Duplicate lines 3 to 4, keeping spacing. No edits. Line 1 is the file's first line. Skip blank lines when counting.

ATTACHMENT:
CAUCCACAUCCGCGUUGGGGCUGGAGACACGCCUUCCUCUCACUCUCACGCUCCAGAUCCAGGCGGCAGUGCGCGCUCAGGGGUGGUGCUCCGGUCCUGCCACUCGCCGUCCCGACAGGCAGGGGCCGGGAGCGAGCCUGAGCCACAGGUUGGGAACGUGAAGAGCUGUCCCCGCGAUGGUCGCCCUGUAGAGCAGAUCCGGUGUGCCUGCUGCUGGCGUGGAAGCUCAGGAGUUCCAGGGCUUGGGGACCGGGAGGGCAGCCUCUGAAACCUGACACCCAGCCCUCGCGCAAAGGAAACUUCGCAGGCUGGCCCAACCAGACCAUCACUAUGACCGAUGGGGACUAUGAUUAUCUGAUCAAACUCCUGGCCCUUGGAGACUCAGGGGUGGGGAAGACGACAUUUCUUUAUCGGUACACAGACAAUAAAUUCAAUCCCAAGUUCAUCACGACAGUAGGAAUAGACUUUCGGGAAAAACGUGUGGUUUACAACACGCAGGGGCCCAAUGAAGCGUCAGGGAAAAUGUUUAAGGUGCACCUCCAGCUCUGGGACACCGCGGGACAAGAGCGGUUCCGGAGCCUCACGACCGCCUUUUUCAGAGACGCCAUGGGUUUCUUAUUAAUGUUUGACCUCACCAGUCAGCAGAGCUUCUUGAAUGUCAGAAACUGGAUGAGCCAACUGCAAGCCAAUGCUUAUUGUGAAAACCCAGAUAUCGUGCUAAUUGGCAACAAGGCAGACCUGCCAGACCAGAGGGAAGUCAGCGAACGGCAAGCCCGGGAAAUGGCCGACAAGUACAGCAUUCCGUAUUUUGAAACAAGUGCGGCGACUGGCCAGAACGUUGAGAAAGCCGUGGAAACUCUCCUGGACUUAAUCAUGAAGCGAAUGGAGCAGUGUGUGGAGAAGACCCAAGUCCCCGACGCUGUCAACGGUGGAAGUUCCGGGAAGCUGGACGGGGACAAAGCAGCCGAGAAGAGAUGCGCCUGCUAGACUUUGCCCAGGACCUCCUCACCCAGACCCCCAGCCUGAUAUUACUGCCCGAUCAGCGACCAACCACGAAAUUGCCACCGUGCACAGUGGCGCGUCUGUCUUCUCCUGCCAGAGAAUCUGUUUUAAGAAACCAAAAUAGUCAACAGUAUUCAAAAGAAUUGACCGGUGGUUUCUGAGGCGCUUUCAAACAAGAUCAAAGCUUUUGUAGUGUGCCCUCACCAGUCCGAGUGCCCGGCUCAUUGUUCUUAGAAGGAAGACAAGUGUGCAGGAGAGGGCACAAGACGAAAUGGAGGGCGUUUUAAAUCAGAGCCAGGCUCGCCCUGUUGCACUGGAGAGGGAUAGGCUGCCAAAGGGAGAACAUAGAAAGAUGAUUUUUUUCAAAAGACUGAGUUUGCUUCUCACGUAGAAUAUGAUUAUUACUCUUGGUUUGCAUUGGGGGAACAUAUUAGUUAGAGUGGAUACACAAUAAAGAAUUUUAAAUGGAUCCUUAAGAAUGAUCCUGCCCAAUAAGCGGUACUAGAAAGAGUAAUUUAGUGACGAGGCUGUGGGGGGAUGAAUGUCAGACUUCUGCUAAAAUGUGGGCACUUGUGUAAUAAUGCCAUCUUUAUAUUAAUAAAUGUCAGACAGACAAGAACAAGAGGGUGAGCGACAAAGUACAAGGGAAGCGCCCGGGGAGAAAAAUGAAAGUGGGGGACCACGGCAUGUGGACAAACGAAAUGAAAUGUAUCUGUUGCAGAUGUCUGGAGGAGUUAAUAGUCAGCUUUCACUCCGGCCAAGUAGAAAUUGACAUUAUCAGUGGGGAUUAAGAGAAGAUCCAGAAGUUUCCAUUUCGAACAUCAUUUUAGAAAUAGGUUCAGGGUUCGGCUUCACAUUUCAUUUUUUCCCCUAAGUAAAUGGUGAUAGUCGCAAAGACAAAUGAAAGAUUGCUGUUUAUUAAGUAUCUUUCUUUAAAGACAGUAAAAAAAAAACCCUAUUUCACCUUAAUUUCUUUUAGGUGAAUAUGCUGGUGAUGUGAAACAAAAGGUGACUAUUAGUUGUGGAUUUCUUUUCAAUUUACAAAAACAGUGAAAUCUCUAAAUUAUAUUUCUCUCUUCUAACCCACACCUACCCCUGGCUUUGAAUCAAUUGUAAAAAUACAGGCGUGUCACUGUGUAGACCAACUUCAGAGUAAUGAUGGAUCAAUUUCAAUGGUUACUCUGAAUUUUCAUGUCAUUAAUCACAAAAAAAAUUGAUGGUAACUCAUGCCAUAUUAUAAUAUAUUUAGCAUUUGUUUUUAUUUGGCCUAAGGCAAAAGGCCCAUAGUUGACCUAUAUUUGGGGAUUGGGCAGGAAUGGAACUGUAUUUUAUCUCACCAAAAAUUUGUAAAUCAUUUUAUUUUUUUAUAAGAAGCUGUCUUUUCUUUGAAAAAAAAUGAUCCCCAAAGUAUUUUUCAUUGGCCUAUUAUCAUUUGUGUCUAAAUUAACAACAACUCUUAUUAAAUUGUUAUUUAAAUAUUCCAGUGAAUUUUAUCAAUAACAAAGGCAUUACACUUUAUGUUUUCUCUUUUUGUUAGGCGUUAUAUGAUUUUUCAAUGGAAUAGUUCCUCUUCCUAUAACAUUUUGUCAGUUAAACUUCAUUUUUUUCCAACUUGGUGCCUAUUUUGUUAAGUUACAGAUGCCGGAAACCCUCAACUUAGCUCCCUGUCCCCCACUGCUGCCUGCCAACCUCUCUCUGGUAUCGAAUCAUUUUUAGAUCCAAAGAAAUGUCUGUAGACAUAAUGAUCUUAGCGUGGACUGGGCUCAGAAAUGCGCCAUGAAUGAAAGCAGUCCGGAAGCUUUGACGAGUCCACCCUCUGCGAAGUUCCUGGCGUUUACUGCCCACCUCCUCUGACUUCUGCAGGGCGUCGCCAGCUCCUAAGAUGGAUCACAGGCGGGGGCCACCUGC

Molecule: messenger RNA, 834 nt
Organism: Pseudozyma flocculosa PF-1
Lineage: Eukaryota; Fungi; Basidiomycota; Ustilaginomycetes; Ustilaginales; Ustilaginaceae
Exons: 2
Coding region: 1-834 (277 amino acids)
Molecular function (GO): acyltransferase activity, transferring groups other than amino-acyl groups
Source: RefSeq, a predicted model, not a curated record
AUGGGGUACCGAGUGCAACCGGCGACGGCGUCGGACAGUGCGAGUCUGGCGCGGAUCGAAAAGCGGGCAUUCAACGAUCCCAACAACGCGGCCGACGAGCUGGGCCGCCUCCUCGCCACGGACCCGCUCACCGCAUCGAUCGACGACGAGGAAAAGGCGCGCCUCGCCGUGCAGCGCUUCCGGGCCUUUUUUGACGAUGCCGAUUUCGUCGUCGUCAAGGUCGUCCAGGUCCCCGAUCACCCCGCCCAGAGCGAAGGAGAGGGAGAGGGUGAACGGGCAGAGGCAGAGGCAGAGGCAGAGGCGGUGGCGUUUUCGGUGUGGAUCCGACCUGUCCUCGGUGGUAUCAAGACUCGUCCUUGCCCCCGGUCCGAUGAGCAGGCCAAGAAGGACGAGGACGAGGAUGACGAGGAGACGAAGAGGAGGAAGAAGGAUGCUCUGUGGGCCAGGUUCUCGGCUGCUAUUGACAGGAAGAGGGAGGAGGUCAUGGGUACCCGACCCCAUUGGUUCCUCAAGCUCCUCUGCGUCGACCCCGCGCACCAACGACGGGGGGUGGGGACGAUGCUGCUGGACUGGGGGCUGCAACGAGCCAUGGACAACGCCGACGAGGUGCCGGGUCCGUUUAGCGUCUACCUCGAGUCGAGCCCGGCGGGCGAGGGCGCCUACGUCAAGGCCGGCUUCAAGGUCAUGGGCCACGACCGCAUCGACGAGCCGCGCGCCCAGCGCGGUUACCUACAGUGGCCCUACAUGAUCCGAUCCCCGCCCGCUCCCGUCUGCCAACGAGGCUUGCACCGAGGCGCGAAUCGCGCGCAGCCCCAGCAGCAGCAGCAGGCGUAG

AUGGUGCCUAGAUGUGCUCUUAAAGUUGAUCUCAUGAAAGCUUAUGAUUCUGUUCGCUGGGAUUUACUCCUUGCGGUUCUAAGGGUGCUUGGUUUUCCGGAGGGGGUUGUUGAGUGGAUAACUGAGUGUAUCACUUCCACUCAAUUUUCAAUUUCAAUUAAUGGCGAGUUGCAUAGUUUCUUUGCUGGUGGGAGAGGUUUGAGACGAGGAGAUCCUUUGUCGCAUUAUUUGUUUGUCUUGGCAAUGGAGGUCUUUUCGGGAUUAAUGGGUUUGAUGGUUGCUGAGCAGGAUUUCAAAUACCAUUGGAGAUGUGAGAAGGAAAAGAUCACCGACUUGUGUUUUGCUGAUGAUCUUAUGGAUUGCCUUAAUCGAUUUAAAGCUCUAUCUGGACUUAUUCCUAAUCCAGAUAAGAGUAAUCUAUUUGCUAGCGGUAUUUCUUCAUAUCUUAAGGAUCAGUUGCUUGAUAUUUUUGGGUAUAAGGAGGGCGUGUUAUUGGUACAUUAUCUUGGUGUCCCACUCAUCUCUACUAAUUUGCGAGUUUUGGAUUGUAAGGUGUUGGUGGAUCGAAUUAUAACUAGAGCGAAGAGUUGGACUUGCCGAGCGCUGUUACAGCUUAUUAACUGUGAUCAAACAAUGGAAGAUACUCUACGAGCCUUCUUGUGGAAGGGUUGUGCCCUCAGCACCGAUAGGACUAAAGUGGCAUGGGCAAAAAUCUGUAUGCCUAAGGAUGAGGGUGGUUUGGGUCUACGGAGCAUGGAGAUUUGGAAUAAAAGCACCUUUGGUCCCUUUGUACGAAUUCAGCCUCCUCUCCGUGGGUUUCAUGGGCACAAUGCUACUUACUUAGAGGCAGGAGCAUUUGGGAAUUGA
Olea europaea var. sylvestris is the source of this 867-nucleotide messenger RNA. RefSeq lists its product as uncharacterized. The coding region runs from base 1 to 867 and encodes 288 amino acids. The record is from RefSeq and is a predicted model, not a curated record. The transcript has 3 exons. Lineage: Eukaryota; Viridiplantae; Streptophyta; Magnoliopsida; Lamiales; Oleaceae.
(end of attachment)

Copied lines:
Organism: Pseudozyma flocculosa PF-1
Lineage: Eukaryota; Fungi; Basidiomycota; Ustilaginomycetes; Ustilaginales; Ustilaginaceae